Academics at The University of Nottingham are to receive more than 5 million in UK funding for research that will aim to make rural living in both the UK and India more sustainable.
The money will be used for projects investigating opportunities for small scale energy generation through renewable sources, developing a new autonomous green power system and promoting greater use of mobile technologies to grow wealth in rural communities.
The projects are being supported by the Bridging the Urban and Rural Divide (BURD) initiative with more than 7 million from Research Councils UK (RCUK). Researchers at the University will also receive significant matched resources from the Indian Government's Department of Science and Technology (DST) and will work closely on the projects with their peers in India.
A 2.6 million project, led by Michle Clarke, Professor of Environmental Change, at Nottingham and involving the universities of Birmingham, Loughborough, Leicester, Manchester Metropolitan University and Liverpool Hope, will aim to address the dependence of rural communities on fossil fuels.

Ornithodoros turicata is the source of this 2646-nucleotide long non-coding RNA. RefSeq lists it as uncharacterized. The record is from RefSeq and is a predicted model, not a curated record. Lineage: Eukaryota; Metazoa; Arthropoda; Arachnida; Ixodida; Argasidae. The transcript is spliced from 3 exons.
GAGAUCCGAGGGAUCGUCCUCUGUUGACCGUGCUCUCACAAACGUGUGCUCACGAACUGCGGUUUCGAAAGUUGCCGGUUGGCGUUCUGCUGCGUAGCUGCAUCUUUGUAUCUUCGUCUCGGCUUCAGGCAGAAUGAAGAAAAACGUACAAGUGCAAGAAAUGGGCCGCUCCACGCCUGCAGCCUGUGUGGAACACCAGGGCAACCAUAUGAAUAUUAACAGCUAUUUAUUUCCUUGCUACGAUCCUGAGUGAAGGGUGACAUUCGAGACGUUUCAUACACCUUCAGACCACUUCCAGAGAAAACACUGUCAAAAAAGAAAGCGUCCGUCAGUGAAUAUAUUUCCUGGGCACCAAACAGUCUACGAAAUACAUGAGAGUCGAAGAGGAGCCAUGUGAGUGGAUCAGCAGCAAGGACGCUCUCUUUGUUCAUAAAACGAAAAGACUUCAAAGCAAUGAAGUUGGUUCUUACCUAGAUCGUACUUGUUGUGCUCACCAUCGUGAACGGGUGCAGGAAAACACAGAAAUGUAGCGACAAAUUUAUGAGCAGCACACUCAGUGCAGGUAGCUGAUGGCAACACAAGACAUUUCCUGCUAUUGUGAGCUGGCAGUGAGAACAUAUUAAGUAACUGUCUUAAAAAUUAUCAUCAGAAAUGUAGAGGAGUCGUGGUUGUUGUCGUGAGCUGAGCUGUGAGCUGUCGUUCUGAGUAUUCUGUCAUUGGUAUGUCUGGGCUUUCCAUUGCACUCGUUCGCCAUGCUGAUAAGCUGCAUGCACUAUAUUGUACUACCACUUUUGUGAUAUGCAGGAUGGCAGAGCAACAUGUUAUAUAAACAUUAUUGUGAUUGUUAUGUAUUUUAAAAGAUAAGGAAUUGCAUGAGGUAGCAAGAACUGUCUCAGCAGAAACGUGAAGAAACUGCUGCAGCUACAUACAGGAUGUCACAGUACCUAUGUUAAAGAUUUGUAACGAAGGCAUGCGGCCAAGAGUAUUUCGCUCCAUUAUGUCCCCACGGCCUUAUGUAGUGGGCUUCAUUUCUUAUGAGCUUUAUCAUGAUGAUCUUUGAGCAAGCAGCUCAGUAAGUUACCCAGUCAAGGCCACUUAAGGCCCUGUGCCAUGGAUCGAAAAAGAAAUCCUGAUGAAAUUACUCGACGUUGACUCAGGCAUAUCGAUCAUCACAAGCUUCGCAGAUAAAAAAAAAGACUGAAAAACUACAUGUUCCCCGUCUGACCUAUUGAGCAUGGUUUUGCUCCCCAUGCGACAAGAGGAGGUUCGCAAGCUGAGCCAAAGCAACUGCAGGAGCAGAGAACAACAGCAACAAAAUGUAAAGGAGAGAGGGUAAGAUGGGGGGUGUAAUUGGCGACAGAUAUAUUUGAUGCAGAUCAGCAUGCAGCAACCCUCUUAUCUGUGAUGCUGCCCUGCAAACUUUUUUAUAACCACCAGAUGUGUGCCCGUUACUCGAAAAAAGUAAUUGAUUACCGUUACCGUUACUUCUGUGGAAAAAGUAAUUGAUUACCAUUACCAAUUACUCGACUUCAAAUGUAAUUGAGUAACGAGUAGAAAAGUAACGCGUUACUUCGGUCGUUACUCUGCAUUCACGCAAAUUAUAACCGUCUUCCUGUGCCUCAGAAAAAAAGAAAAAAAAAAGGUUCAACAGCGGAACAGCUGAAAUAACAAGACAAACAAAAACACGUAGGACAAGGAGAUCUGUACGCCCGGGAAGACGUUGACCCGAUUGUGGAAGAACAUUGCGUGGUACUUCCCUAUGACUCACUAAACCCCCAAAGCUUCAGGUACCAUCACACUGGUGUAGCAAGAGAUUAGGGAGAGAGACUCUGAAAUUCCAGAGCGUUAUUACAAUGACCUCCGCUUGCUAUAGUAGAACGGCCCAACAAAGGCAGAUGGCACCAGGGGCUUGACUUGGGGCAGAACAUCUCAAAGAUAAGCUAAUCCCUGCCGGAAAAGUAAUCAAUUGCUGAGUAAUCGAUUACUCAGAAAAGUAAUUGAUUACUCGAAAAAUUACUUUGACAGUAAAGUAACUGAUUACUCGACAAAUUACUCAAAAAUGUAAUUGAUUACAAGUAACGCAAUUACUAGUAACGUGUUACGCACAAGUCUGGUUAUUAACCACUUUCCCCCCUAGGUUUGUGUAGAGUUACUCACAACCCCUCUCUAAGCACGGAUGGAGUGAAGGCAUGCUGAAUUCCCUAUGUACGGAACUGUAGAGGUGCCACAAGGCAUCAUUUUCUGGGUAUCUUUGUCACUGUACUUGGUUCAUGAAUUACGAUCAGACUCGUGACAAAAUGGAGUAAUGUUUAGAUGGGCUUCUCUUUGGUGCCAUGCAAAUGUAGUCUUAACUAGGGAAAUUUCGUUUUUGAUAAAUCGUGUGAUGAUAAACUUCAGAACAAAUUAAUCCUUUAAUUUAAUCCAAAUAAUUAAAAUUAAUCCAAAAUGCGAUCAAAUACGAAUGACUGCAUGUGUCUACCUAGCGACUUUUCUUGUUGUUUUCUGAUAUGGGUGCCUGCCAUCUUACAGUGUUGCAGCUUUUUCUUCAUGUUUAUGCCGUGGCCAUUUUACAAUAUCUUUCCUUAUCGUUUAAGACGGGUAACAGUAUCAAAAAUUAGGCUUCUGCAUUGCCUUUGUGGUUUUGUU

The project will involve using technological innovations in small-scale energy generation coupled with tailored rural enterprise business models to create Rural Hybrid Energy Enterprise Systems, which can be adapted to address the similar challenges experienced by those living in rural communities in both the UK and India.
The research will focus on three communities in the UK the Peak District, Lincolnshire and north Scotland (Caithness, Sutherland, Easter Ross and Orkney) and three communities in India Karnataka, Jharkhand and the NE (Assam).
New technologies developed during the project will be piloted at villages in Karnataka, south India, Assam, North East India and the University's dairy farm at its Sutton Bonington Campus in Leicestershire.
The project will have three main themes:
|Contact: Emma Thorne|
University of Nottingham